Thursday, January 10, 2008

More Baseball..

Friend Keith Raffel says that Jim Rice shouldn't be in the Hall - I say "fie!" The comparison is made to Albert Belle. Frankly, I don't remember Belle as well as I do Rice. Not sure why. Still, I've looked up the numbers and they are impressive. So if asked whether he deserves the Hall of Fame, I'm not sure why I would say no. There's a trick here.

The rules, as I recall them though I'd be happy to be corrected, say a player has to have played ten years of which at least five were great years in order to merit consideration. (this is along with other things like a morality clause if my memory serves) Both Belle and Rice fit that criterion. In fact, I'll go a step further - both Belle and Rice had more great years than one of the most beloved Hall of Famers ever - Mickey Mantle. Or Ernie Banks. Or Billy Williams. (Is he in the Hall?)

There are probably a dozen guys in the Hall of Fame who are less deserving than Rice when it comes down to numbers. But it's not all about numbers of course. Pete Rose isn't in the Hall and there's a question about whether Barry Bonds will be. Or Roger Clemens. Or Rafael Palmiero.

I guess I'm wondering what is the cutoff point? Does any number - 350 wins, 700 home runs, 4000 hits - mean you should automatically get in? Tommy John and Bert Blyleven would probably be in the Hall if they'd been able to hang around another year or two, get a dozen or so more victories and cross the 300 win mark. Jim Kaat, too. Maybe they shouldn't be in the Hall - but what about Koufax? He didn't reach the 200 win mark. What if Clemente had flied out in his last at bat instead of hitting a double and getting to hit number 3,000? Would he be out in the cold?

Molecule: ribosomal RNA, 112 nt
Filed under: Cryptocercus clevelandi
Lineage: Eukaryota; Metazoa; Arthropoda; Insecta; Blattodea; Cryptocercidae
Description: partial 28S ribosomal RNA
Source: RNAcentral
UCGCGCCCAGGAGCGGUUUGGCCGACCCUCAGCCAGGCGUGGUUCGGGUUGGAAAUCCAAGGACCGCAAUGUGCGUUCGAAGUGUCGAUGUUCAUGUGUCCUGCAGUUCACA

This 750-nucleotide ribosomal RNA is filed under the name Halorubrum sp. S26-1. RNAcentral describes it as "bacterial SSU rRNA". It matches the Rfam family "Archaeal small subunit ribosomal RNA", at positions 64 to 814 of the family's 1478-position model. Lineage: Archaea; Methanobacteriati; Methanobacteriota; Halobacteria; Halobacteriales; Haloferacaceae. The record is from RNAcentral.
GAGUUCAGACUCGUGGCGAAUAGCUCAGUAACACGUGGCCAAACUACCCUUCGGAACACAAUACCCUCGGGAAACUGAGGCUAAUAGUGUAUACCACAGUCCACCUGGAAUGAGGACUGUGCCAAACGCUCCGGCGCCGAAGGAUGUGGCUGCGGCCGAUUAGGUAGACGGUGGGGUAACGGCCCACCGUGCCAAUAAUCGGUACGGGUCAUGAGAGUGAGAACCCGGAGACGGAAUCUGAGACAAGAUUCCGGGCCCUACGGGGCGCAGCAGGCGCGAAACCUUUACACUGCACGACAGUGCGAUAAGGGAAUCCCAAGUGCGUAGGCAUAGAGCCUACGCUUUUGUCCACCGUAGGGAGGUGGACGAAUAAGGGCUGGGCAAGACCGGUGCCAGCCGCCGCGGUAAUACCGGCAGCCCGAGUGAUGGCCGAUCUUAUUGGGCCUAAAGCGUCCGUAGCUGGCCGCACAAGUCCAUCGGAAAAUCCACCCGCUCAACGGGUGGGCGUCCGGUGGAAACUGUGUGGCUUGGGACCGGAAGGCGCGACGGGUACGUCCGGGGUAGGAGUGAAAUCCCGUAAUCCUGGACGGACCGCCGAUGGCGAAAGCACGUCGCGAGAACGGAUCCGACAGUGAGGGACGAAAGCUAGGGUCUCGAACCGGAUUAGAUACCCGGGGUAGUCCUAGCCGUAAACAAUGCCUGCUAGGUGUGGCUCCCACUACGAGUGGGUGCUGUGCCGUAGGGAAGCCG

It gets weird.

2 Comments:

Blogger Keith Raffel said...

OK, Steven, let's keep arguing. Here's what Rob Neyer, the ESPN writer, has to say about Rice's candidacy:

"Was Rice the "dominant slugger of his time"? Of course he wasn't. In Rice's time, slugger Mike Schmidt hit 548 home runs and won three MVP Awards. In Rice's time, Reggie Jackson hit 563 home runs. Rice hit 382 home runs.

"He did amass 400 total bases in one season, which is impressive. Roger Maris once hit 61 home runs in one season. Rice did hit 35 homers with 200 hits in three straight seasons, which is impressive. It's also only three seasons. And in all the rest of his career, Rice topped 35 homers exactly once more and never did get 200 hits in another season. So really, it seems that Rice's entire case, his time as a dominant hitter, rests solely on three seasons....

"Rice's supporters like to cite the elections of Perez and (especially) Orlando Cepeda, but those were mistakes. Seems to me if your case relies upon repeating mistakes, you might ought to take a new tack."

January 10, 2008 9:05 PM  
Blogger Peter said...

Clemente would have made it if he'd finished with 2,999 hits. The real question is whether he would have made it had he died in a car crash rather than on an earthquake mercy mission.

He would have, though after the normal waiting period and without such a flood of emotion and schools being named after him and the like.
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January 11, 2008 1:00 AM  

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